I'm a little late to write about this, but it's taken awhile to get my thoughts together. I'm so crazy busy with Staq right now that I'm going to write fast.
Last month we learned that gb.tc, one of my favorite Baltimore institutions, is going "on hiatus". This news filled-me with sadness and I don't want the event to go by without remarking on it. gb.tc brought a lot of vitality to the city. It felt like a uniquely Baltimore institution, something that other cities would eventually import from us. I can't think of another institution that cares about helping Baltimore develop innovative industries and people. There are plenty of foundations and non-profits around town that could argue with that statement, I suppose, but my answer to all of them would be: "yes, what you're doing is important, but you're only focused on this one small piece of the puzzle", or "you are too slow-moving and focused on top-down solutions to ever make much of an impact". That, to me, was the special competency of the gb.tc - harnessing the grassroots/bottom-up energy of technologists and helping organizing it into a force for good in the city.
The general sense I get from my peers is "the tech community is self-organizing, so we didn't really need what those guys were doing" which I think is flat-out, dead wrong. It's true that Baltimore has many interesting, vibrant events, they're for the most part labors of love done by people who have other priorities besides making the city great, and they depend on the force of personality of a small group of hard-working volunteers. There still ought to be a team of people committed to growing these events and ensuring we don't lose momentum (something I called for back in 2011). For example, I helped run the first (and so far, only) RailsGirls event in Baltimore. I think we need to be doing 2 or 3 of those per year, given how long the waiting list for that event was...I just don't have the bandwidth to do it. Who is going to pick up that mantle? (Fortunately, Girl Develop It has come to Baltimore, but look at all the time that went by between RailsGirls and Girl Develop It).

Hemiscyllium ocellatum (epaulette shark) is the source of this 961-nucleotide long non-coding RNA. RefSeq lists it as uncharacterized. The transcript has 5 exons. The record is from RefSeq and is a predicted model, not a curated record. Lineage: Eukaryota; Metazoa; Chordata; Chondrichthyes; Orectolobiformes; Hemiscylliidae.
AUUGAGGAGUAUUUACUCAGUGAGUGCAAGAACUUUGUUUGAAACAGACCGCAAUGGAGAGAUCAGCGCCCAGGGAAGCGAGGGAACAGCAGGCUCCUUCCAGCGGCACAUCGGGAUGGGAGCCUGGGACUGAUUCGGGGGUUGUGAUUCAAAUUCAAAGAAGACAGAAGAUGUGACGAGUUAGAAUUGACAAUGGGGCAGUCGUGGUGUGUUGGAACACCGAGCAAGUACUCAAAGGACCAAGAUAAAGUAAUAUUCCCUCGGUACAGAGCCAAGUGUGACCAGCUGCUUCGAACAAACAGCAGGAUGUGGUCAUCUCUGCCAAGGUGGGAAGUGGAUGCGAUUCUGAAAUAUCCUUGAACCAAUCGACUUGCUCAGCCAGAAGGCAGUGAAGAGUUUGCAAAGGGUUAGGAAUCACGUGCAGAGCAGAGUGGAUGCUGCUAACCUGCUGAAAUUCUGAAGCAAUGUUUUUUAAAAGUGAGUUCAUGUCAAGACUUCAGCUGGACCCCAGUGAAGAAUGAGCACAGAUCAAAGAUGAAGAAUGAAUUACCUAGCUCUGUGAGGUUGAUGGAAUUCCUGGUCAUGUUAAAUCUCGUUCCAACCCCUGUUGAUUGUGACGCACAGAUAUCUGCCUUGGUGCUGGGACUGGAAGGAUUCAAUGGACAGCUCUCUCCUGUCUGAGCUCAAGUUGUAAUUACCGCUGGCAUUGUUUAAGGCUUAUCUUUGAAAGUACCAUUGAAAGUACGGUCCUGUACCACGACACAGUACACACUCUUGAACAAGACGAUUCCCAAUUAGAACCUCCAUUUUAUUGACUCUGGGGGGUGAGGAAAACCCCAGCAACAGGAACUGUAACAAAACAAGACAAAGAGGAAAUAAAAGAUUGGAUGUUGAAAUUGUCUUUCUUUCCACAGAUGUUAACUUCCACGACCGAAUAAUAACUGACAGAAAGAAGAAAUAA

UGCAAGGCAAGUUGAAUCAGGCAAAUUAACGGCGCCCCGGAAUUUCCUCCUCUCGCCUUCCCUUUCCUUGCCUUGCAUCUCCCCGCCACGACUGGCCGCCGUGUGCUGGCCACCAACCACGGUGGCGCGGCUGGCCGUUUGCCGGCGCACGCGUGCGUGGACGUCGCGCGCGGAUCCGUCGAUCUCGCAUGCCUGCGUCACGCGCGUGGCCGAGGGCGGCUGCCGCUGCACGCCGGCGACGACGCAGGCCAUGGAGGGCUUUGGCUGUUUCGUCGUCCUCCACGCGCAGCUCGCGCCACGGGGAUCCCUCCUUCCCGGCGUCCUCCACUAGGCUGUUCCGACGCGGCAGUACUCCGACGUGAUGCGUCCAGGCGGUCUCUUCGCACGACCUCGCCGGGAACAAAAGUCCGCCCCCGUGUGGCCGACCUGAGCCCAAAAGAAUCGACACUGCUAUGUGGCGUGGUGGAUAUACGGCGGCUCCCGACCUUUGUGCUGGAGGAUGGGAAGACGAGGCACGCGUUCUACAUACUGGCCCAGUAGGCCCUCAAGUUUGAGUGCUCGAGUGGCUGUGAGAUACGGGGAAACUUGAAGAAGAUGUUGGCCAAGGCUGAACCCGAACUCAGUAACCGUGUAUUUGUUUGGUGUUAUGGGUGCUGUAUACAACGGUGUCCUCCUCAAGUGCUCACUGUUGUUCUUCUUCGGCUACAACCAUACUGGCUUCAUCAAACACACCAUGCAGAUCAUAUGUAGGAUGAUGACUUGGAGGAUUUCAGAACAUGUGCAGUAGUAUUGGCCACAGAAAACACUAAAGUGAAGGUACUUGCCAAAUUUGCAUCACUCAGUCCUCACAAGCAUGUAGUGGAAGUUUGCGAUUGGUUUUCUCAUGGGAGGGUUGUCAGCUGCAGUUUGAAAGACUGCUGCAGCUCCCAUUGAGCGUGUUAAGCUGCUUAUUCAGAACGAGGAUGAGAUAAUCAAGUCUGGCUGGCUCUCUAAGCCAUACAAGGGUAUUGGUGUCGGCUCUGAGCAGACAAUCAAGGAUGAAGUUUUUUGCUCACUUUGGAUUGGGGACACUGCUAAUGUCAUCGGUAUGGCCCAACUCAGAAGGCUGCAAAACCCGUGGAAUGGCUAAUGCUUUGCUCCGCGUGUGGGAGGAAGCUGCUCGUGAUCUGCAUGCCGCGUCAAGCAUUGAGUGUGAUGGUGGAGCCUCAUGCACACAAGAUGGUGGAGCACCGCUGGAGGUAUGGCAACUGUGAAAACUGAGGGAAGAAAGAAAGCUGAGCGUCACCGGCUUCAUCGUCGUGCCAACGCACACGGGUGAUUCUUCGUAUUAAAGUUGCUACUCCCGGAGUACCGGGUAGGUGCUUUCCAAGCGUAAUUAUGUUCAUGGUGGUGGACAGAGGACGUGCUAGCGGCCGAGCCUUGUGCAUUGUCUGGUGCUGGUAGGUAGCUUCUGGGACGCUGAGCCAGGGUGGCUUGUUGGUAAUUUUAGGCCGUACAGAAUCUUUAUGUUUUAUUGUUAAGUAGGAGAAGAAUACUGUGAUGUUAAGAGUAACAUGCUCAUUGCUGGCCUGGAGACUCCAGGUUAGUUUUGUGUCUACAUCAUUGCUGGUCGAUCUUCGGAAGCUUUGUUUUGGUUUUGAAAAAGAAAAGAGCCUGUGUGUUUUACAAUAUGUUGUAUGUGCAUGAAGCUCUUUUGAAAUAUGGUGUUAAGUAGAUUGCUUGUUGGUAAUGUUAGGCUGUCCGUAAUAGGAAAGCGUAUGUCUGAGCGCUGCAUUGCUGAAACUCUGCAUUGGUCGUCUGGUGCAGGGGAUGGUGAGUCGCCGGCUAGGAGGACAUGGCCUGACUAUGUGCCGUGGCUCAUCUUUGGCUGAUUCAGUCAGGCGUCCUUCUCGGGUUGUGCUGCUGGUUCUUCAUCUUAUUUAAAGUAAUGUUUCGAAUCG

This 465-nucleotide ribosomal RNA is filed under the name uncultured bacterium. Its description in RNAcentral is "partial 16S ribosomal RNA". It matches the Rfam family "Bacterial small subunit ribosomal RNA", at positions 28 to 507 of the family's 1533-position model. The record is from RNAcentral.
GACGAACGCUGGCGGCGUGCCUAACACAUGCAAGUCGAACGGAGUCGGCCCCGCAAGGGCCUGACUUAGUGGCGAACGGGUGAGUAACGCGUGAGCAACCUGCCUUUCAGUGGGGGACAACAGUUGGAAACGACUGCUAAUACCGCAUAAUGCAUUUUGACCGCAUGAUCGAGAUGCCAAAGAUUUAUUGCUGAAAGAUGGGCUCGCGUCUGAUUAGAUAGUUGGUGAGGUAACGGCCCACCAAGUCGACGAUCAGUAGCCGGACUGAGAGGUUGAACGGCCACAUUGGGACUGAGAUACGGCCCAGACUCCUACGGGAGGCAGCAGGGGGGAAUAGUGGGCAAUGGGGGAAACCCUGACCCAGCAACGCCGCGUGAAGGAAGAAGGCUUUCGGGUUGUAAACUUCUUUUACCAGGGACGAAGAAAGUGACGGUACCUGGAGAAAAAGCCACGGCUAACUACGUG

gb.tc also developed deep relationships with different parts of the city - no one else was trying to connect the more entrepreneurial part of the tech community with the public sector, as exemplified by "Hack for Change Baltimore" which had strong city support. The city would not be trying to support more hackathons this year if not for gb.tc's efforts. They've also provided free startup mentoring, the "Baltimore Weekly" podcast, amazing "Tech Crawls", and many other valuable services.
I'm not sure if I'm making sense here. Maybe go read that Innovation Community Manager post I wrote in 2011 to get a sense of what we've lost.
It sounds like Betamore is going to try to provide a soft-landing for gb.tc. I feel skeptical of the idea but I really want it to succeed - I just think there's an inevitable mismatch between the mission of a for-profit company (even a mission-driven company like Betamore) and the social-good mission of the gb.tc.
Thank you to Jason Hardebeck, Andrew Hazlett, and Sharon Paley for all of their hard work over the past few years (along with all of the other people who built gb.tc into what it was before their tenure). Your efforts made Baltimore a better place to do creative things, and we're poorer without you.